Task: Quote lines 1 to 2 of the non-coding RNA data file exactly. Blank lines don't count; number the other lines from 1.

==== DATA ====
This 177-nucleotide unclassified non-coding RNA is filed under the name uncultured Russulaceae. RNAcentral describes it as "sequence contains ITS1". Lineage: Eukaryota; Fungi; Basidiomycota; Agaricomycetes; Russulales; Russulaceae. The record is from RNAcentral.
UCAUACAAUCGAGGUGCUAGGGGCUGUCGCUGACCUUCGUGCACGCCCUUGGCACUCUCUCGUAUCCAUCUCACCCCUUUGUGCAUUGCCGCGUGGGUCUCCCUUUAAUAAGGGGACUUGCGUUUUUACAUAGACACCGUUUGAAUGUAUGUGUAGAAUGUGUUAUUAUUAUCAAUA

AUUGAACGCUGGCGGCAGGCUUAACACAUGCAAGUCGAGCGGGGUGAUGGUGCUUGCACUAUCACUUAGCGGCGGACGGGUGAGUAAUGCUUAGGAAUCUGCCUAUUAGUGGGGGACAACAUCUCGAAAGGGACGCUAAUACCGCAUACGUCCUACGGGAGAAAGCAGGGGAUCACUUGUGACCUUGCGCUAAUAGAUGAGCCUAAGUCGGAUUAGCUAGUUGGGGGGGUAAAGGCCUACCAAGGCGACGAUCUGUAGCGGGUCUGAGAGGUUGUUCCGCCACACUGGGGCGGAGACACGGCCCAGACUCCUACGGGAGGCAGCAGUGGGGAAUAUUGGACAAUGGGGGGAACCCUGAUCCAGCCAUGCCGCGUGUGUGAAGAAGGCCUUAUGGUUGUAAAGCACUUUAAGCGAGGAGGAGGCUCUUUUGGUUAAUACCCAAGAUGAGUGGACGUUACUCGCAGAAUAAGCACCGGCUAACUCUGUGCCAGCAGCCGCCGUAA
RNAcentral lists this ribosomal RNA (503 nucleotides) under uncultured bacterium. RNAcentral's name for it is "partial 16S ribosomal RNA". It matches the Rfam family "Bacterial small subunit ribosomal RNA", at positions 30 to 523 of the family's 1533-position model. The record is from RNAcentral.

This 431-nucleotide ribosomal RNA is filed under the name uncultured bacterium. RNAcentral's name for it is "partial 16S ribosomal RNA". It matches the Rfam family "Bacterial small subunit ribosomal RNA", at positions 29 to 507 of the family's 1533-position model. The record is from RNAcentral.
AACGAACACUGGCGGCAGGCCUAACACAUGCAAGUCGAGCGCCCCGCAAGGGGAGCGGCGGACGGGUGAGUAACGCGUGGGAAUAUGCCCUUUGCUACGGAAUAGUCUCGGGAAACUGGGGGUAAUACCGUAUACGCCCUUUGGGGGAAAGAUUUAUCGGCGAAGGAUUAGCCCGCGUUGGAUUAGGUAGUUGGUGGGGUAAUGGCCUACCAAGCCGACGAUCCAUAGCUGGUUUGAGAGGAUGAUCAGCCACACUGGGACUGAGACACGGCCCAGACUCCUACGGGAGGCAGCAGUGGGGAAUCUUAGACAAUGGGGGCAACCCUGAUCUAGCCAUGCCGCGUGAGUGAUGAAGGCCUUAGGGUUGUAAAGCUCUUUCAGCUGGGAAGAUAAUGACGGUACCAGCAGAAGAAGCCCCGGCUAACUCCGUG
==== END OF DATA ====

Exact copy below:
This 177-nucleotide unclassified non-coding RNA is filed under the name uncultured Russulaceae. RNAcentral describes it as "sequence contains ITS1". Lineage: Eukaryota; Fungi; Basidiomycota; Agaricomycetes; Russulales; Russulaceae. The record is from RNAcentral.
UCAUACAAUCGAGGUGCUAGGGGCUGUCGCUGACCUUCGUGCACGCCCUUGGCACUCUCUCGUAUCCAUCUCACCCCUUUGUGCAUUGCCGCGUGGGUCUCCCUUUAAUAAGGGGACUUGCGUUUUUACAUAGACACCGUUUGAAUGUAUGUGUAGAAUGUGUUAUUAUUAUCAAUA